The fracking backlash will hurt Democrats (yes, Democrats)
Could a rising political backlash over fracking portend big headaches for Hillary Clinton and her likely 2016 presidential bid? Environmentalists are traditional allies of the Democrats. But Clinton and other party leaders who support hydraulic fracturing of shale rock — and the energy boom it has produced — are now in the green movement’s cross hairs.
When Clinton gave a speech in October lauding the nation’s oil and gas boom, she was condemned by New Yorkers Against Fracking for her “backward, 20th-century belief” that fossil fuel extraction is good for America. In Colorado, Democratic governor John Hickenlooper supports fracking but has tried to contain a growing local backlash with robust regulation of natural-gas drilling. His reward: Voters in four towns rebelled this fall, passing bans or moratoriums. Colorado is now in the awkward position of suing a fifth town, Longmont, which passed the state’s first ban last year, in order to protect the state’s legal authority. Its litigation partner: the oil and gas industry.
The rebellion across Colorado’s heavily populated Front Range could incite a ballot initiative calling for a statewide ban. “It’s a shot across the bow of state legislatures,” warns Andrew Kear, a geologist and political scientist studying the movement at Ohio’s Bowling Green State University. “The states can’t ignore their municipalities for too long.”
The antifracking movement has gained exceptional strength in Colorado, says Kear, because of an unconventional coalition of environmentalists raising alarms about polluted drinking water, ranchers opposed to drilling on their land, hunters who don’t want wildlife disrupted, and nervous citizens demanding to know what’s in all those fluids being injected into the earth.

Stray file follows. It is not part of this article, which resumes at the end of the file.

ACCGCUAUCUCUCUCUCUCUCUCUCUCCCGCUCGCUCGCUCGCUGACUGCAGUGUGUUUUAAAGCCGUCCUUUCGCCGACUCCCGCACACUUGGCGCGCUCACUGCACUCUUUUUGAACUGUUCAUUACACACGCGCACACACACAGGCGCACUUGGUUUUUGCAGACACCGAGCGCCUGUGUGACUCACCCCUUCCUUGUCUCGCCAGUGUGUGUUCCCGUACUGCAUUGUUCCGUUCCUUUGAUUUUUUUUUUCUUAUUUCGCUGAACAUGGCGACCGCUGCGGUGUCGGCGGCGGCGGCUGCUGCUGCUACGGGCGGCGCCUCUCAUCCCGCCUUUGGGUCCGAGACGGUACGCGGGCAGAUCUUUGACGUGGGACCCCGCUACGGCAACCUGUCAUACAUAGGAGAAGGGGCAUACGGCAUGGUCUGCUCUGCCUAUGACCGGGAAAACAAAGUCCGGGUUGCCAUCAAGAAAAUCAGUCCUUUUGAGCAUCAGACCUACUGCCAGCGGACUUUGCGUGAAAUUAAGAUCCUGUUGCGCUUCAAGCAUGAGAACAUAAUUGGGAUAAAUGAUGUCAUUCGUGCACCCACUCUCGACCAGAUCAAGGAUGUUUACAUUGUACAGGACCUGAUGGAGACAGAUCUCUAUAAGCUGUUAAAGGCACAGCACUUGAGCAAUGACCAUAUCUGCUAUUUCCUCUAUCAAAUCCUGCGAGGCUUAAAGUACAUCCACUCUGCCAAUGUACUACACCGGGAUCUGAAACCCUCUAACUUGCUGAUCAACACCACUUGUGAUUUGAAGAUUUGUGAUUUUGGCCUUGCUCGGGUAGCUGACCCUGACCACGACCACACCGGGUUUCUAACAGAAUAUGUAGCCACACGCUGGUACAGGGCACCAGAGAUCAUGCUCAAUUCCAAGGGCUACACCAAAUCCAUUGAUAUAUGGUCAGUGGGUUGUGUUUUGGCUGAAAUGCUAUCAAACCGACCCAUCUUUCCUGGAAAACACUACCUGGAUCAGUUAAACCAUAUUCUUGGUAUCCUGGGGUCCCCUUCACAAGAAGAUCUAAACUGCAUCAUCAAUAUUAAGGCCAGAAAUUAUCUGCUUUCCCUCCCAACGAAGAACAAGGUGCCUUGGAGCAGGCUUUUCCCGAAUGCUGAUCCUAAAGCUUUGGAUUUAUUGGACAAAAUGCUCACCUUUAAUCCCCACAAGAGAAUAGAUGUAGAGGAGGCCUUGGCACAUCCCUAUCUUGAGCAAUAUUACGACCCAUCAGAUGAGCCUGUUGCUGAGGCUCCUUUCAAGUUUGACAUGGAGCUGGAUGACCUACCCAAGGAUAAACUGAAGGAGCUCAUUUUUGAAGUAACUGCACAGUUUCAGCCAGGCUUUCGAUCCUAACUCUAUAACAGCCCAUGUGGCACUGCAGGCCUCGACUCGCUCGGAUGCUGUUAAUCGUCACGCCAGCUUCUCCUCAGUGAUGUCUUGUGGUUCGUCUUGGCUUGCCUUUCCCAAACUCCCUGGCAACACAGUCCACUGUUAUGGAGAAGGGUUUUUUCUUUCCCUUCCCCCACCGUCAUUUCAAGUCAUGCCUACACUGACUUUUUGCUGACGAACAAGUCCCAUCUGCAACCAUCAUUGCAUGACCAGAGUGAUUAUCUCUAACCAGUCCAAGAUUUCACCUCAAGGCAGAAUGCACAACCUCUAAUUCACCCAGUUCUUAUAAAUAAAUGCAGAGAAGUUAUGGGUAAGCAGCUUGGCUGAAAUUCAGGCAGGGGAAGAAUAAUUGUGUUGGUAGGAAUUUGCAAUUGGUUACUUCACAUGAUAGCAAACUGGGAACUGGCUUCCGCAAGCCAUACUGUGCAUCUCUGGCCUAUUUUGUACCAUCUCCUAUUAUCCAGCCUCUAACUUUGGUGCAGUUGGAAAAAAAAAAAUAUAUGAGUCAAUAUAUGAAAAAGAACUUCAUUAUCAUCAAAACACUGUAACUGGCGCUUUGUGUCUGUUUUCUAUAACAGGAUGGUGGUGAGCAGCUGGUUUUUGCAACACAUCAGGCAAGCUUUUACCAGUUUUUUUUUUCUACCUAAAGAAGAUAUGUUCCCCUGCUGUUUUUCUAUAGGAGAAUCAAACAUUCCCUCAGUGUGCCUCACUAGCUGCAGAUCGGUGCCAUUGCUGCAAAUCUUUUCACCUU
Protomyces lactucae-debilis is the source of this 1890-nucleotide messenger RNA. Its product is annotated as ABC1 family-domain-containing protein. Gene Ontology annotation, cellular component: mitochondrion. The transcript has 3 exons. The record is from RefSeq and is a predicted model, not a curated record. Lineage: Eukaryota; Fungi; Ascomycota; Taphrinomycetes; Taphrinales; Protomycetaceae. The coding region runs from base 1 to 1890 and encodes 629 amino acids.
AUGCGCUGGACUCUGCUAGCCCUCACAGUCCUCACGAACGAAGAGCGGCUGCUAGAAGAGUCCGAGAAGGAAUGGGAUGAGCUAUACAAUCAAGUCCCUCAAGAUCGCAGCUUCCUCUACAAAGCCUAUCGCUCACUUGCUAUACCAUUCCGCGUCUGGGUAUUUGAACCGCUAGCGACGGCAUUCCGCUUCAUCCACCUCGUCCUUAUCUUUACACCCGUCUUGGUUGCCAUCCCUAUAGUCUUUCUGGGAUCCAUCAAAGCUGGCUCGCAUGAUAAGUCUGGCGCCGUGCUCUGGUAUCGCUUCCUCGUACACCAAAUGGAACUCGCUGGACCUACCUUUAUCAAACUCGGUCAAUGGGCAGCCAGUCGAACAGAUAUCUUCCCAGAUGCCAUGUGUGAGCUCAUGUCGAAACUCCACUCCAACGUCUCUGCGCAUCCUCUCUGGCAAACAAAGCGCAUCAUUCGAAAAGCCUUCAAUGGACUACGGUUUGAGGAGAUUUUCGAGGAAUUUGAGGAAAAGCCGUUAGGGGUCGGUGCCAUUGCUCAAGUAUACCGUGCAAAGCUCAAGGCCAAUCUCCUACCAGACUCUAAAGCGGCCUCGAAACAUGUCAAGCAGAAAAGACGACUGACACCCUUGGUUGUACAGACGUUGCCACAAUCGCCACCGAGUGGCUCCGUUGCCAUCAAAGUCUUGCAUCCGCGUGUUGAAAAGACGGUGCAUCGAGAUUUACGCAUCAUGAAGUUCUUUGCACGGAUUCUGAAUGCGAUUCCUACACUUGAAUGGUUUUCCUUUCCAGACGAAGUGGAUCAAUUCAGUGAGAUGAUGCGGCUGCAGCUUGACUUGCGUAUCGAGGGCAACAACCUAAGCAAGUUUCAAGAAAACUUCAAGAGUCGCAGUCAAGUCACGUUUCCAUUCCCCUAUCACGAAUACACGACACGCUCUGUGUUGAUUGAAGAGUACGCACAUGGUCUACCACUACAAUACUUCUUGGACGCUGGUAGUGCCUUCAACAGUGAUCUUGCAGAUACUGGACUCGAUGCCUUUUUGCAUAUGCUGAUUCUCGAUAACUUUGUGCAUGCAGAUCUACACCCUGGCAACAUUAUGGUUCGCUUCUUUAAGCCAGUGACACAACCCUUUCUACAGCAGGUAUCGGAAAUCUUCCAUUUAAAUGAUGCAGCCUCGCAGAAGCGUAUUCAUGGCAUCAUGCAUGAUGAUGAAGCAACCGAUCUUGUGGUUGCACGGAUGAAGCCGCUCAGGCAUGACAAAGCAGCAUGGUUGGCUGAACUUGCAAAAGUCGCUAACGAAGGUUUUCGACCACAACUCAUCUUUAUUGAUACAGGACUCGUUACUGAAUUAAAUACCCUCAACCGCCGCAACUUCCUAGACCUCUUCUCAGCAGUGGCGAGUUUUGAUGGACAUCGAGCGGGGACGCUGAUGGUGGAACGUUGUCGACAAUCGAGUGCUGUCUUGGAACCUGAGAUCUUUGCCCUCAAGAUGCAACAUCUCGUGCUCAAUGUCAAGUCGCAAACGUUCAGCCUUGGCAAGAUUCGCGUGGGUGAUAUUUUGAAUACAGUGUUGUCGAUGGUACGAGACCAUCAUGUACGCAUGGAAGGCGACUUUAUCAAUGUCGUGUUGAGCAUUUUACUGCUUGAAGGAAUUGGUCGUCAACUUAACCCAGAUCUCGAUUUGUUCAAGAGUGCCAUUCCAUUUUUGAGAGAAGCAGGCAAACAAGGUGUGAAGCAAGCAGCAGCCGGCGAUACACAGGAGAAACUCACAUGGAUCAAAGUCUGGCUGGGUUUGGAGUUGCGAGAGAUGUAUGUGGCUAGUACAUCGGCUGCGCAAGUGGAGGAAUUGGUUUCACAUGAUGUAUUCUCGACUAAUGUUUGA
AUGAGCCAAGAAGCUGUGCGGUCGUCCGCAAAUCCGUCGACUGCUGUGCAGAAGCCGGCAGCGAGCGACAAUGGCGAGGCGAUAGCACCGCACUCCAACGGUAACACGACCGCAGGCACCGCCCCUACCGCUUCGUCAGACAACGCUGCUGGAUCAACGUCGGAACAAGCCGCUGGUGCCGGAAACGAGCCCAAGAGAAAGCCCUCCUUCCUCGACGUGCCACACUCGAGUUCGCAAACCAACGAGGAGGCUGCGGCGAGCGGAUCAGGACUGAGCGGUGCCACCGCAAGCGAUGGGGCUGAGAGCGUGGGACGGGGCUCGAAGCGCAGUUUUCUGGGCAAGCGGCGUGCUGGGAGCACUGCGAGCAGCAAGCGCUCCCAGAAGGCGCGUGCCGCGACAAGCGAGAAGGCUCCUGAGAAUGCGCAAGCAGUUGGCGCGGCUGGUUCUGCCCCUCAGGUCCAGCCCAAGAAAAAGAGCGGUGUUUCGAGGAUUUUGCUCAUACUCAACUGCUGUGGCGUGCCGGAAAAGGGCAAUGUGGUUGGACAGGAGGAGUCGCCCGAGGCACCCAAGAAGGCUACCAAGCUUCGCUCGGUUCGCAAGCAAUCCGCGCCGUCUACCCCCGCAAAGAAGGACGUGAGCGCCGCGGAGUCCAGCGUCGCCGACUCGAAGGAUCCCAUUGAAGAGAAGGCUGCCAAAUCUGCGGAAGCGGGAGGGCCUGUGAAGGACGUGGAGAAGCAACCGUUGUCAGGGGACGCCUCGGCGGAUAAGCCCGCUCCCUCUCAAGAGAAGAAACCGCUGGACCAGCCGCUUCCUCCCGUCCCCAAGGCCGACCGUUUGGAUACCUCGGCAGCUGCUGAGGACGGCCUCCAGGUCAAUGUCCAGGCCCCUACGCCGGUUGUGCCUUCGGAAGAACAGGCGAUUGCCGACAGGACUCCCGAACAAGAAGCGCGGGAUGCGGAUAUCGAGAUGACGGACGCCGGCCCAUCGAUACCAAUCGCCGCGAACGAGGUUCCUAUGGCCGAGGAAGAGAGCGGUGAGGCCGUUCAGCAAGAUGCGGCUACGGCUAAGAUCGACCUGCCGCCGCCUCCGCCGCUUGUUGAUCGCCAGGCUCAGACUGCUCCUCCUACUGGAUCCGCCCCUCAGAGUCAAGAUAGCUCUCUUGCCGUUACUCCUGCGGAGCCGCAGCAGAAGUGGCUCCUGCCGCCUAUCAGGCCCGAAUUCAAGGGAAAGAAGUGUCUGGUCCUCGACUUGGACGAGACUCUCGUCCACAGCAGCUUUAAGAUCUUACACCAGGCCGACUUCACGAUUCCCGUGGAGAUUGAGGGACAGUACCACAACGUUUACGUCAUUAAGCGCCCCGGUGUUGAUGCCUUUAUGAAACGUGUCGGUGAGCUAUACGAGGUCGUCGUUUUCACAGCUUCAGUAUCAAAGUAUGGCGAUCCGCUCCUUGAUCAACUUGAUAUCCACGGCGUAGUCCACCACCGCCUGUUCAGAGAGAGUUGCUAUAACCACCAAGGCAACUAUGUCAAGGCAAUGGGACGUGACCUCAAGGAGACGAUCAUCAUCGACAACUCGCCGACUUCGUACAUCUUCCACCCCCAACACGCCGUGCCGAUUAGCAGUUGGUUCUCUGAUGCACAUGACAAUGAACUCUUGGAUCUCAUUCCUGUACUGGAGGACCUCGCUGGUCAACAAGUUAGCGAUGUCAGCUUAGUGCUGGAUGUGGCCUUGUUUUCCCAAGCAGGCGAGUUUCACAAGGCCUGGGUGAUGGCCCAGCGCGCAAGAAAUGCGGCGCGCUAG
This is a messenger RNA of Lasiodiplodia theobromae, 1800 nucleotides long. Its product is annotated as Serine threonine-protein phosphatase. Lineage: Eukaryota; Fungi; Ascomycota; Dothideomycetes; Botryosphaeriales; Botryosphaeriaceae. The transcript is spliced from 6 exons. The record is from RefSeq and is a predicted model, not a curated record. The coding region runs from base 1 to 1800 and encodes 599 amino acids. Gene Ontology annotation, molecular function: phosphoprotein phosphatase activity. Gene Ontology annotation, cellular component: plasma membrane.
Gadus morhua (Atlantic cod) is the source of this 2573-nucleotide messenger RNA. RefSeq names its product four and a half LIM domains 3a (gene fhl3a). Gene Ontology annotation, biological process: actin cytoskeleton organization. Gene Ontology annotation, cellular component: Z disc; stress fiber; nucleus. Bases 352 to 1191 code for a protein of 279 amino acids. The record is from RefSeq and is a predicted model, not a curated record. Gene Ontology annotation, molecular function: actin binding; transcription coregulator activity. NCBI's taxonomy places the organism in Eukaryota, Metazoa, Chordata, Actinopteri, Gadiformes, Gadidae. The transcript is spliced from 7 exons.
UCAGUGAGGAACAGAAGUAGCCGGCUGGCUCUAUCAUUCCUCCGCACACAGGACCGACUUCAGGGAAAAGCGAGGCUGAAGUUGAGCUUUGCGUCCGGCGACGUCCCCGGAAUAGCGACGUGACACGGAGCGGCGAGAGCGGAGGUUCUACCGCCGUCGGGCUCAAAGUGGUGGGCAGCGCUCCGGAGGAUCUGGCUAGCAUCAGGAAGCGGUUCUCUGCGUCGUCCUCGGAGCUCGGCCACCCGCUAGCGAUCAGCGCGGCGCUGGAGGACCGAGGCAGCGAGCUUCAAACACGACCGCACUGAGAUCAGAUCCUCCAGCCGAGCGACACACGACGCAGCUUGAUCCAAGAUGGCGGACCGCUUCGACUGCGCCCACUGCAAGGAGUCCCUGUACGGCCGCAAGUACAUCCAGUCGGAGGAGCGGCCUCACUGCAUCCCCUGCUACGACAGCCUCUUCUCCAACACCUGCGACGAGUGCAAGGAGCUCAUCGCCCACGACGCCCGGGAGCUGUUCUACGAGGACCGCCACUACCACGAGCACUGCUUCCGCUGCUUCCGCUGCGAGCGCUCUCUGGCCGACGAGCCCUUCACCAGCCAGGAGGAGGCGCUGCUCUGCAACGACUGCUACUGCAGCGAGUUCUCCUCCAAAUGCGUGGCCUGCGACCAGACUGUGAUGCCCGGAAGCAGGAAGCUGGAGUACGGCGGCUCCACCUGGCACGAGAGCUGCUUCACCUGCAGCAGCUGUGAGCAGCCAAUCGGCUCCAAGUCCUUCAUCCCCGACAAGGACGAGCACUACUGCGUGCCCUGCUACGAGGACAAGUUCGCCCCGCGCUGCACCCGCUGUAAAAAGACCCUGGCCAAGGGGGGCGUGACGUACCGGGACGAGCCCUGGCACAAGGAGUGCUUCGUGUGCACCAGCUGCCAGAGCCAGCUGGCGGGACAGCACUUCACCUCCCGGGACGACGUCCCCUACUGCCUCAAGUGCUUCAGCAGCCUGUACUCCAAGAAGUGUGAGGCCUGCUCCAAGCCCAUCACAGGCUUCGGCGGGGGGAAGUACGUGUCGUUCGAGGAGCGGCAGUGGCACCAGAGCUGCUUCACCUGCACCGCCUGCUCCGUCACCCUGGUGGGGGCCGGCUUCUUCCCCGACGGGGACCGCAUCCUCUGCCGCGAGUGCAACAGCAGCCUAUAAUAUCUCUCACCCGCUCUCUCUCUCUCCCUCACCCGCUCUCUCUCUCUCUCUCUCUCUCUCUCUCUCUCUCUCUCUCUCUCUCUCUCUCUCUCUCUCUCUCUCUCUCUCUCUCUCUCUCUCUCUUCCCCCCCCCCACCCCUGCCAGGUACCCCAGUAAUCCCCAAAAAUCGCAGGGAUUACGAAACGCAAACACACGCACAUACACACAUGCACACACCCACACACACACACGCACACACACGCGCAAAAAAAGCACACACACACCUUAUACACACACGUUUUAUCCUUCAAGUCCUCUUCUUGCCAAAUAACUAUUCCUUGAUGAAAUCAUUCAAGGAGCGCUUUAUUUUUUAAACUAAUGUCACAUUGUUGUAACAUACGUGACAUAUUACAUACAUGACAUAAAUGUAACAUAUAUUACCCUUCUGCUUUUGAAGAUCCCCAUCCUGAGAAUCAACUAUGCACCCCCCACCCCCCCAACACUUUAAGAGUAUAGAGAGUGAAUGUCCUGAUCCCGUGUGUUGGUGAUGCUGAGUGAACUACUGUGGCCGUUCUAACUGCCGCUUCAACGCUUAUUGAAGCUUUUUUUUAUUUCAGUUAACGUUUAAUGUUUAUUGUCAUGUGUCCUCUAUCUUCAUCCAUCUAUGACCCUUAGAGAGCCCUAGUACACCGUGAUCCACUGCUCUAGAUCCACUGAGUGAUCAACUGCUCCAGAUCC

Environmental concerns — particularly the potential for groundwater contamination — are fueling the antifracking movement nationally, despite industry efforts to demonstrate that the process is safe. But in Colorado there’s also a not-in-my-backyard factor: Fracking has given rise to industrial developments tucked beside homes and schools and family farms. No one wants his family’s neighborhood to be “fracked.”
Most governors have embraced the revolutionary potential of hydraulic fracturing, which deploys pressurized water, sand, and chemicals to extract hard-to-reach supplies of oil and natural gas. They like the sound of fracking: 1.7 million jobs and rising, billions in revenue flowing into state coffers, revived manufacturing sectors, and, of course, cheaper and (in the case of natural gas) cleaner sources of energy. Governors who are on the fence about fracking, like New York’s Andrew Cuomo, who keeps ordering more studies on the practice, face the wrath of the left and the right alike. The state’s GOP accuses Cuomo of leaving money on the table — letting political calculations get in the way of an economic rebound — while environmentalists call for a ban on fracking.
Other Democrats feeling the heat of a smoldering antifracking movement include President Obama, whose EPA is under attack for failing to hew to activist doctrine that fracking poses a danger to public health and safety. Activists charge the agency with censoring studies purportedly proving groundwater contamination in a Pennsylvania town. (The EPA, which previously concluded the methane contamination was naturally occurring, says a whistleblower’s report is not corroborated.)
As a nation, we already know all about fracking’s vast economic potential. Energy expert Daniel Yergin, vice chair of IHS, recently credited fracking with “improving the competitive position of the United States in the global economy, and beginning to affect global geopolitics” as U.S. dependence on Middle East supplies plummets.
The big unknown is domestic politics. Industry leaders mostly dismissed last fall’s Colorado votes as symbolic. That sounds like wishful — and shortsighted — thinking. Signs of public alarm will be picked up and broadcast by nervous politicians. Starting with the 2016 Democratic presidential candidates.
This story is from the December 23, 2013 issue of Fortune.